(Ne)tworking (W)ireless (S)ensors Lab

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Integrating Sensing Perspectives for Better Self Organization of Ad hoc Wireless Sensor Networks


Wireless sensor networks represent a new paradigm shift in ad hoc networks. In addition to ad hoc deployment and wireless communication capabilities, sensor nodes use on-board sensing and processing to sense (or detect) application specified events of interest. An ad hoc network of randomly deployed wireless sensor nodes is formed by having nodes pursue neighbor discovery and subsequent self organization. Since sensors typically run on batteries that have a limited lifetime, an energy-efficient self organized sensor network architecture becomes important. The design of a self organization protocol for sensor networks should thus incorporate not only the communication characteristics of the wireless medium but also several quality metrics associated with the sensing phenomenon.

The sensing phenomenon is concerned with the characteristics of the sensors, the events to be detected, and their topological manifestations both in the spatial and the temporal domains. For example, it is obvious that sensors in close proximity to each other would have correlated readings. A temporal dual of this observation implies that sensor readings among neighboring sensors also have some correlation within some nearby time intervals. In addition to supporting the properties associated with the sensing phenomenon, it is also necessary to support hierarchical event processing as it gives an opportunity to have an incremental comprehensive global view of an area of deployment.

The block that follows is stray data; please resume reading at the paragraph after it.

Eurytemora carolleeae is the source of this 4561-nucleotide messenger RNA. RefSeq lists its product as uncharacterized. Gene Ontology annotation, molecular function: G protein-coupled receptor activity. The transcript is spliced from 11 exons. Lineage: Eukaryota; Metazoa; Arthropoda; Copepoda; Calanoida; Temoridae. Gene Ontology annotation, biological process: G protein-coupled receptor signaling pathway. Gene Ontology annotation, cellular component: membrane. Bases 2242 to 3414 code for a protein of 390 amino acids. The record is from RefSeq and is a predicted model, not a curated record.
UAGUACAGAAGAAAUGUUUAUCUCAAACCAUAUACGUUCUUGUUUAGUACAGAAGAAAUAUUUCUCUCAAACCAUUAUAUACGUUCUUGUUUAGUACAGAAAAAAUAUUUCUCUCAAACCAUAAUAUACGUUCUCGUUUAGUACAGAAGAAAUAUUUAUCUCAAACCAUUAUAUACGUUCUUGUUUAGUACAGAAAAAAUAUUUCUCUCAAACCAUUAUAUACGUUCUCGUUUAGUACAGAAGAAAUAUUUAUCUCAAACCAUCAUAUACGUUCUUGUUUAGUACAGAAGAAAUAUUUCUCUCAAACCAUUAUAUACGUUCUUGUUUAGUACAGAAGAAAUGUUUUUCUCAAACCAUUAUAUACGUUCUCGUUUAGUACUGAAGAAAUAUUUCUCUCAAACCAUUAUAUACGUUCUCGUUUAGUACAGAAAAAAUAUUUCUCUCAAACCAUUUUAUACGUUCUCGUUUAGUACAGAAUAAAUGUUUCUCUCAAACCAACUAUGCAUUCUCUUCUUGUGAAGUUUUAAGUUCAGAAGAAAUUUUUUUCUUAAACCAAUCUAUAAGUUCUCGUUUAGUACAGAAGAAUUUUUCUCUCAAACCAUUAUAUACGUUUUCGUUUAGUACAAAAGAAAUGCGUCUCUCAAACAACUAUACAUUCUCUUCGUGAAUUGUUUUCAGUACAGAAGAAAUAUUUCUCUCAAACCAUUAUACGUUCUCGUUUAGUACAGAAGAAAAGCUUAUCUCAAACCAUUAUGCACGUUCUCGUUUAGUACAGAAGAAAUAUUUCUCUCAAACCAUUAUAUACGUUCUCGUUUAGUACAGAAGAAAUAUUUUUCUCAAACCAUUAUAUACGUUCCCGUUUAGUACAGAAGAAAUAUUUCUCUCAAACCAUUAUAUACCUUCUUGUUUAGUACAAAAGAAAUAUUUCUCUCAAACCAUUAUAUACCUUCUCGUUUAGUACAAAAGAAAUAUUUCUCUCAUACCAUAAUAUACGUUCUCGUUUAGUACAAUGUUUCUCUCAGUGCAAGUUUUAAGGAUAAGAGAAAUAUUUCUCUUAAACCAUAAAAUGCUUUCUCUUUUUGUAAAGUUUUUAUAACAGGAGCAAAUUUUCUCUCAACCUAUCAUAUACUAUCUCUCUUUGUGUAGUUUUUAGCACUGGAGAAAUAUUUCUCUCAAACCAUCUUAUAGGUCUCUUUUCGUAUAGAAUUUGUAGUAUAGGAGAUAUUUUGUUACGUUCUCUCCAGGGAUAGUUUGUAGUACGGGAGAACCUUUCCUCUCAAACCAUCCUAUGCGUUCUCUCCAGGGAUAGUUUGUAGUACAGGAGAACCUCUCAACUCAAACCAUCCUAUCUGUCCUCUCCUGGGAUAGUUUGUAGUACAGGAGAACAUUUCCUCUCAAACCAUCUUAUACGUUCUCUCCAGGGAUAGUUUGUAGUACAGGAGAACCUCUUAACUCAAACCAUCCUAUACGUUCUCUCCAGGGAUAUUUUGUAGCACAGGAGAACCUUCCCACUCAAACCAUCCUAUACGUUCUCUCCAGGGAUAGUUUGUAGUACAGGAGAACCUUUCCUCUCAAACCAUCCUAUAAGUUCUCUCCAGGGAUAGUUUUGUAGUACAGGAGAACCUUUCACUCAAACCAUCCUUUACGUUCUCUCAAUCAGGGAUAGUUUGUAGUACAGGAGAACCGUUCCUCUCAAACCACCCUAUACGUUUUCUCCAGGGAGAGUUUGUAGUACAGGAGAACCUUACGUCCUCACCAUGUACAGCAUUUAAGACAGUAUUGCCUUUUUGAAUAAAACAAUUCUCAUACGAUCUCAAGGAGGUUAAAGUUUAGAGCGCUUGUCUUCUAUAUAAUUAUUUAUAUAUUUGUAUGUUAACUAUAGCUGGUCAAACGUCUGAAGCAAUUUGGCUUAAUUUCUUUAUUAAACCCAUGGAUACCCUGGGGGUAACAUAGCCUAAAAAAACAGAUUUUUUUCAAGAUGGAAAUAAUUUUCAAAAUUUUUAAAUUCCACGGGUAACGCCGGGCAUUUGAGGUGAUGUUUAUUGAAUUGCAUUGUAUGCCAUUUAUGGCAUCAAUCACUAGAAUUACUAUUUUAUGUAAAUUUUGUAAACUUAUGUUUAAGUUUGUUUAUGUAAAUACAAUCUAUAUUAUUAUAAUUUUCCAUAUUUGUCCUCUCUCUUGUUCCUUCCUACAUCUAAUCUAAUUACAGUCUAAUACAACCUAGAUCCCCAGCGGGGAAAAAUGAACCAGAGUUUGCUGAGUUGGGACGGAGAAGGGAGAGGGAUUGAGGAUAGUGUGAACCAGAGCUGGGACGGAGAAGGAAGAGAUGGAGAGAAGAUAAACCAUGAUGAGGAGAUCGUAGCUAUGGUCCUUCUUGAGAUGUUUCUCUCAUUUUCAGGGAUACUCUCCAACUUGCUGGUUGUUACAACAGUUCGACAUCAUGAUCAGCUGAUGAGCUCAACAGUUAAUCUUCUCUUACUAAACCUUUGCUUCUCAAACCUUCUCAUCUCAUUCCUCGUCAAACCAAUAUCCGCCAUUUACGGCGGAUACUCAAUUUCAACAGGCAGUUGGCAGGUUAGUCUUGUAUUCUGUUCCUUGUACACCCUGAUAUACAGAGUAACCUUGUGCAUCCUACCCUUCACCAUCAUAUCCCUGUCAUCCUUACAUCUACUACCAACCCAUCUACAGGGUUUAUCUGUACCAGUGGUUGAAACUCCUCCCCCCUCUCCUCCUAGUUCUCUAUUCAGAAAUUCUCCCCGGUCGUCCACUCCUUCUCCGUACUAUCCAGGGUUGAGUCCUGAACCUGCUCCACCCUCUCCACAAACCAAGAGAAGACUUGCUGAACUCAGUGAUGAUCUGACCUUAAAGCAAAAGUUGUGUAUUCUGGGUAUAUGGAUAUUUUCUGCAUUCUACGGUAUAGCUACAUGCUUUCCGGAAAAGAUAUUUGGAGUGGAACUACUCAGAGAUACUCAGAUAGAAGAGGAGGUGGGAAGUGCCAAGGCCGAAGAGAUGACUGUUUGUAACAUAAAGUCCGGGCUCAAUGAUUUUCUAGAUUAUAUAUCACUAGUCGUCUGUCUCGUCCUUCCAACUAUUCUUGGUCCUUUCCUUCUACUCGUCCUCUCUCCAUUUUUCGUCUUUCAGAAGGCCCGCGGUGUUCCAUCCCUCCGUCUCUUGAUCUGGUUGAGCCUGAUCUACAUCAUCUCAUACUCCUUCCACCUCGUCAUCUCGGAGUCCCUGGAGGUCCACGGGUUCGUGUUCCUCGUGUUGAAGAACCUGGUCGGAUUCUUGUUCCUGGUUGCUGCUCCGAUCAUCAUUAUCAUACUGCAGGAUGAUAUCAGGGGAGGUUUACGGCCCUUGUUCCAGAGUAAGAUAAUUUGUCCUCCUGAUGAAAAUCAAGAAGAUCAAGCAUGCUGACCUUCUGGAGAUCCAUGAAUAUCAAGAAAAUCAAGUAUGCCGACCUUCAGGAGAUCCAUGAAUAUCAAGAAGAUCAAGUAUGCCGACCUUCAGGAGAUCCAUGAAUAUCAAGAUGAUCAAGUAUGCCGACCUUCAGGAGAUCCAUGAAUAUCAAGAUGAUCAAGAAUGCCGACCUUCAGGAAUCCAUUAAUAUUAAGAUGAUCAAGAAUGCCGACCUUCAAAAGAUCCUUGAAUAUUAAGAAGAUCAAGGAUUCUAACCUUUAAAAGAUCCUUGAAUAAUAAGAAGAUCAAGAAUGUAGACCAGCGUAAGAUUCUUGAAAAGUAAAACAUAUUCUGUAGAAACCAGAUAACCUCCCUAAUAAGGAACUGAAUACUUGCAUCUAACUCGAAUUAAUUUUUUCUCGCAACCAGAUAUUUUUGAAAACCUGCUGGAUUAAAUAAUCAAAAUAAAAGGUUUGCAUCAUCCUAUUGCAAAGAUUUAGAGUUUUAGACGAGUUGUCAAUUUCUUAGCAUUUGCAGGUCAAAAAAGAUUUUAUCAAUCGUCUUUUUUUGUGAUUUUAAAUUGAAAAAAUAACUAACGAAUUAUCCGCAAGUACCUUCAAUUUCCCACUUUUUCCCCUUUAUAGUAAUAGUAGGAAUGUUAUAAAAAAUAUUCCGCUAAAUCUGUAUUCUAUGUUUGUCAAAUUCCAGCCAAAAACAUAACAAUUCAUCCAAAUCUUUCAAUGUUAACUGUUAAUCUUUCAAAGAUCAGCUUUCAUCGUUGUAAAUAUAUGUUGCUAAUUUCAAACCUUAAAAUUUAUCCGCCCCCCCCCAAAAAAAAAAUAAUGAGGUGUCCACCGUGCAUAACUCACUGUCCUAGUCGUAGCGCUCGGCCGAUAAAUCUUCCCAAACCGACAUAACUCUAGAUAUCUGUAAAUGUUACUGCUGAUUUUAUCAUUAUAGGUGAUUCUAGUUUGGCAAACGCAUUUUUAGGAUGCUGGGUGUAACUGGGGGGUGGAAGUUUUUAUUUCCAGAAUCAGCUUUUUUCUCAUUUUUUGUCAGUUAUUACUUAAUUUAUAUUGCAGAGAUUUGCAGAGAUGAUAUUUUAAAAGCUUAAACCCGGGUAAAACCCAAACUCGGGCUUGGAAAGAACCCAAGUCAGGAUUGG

In this paper, we propose a self organization algorithm that forms a hierarchical connecting dominating set (CDS) network organization for wireless sensor networks.  In this network hierarchy, we also assign specific roles (or tasks) to sensors based on their physical wireless connectivity and sensing characteristics.  The resulting self-organized sensor network establishes a network-wide infrastructure consisting of a hierarchy of backbone nodes, and sensing zones that include sensor coordinators and sensing collaborators (or sensing zone members). We demonstrate the effectiveness of our design through complexity analysis and simulation.

Keywords: Wireless sensor networks, sensing phenomenon, self organization hierarchy, sensing coordinators, sensing zones, backbone nodes, sensing proximity value (SPV), cumulative sensing degree (CSD), and connected dominating set (CDS).

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Last modified: February 10, 2002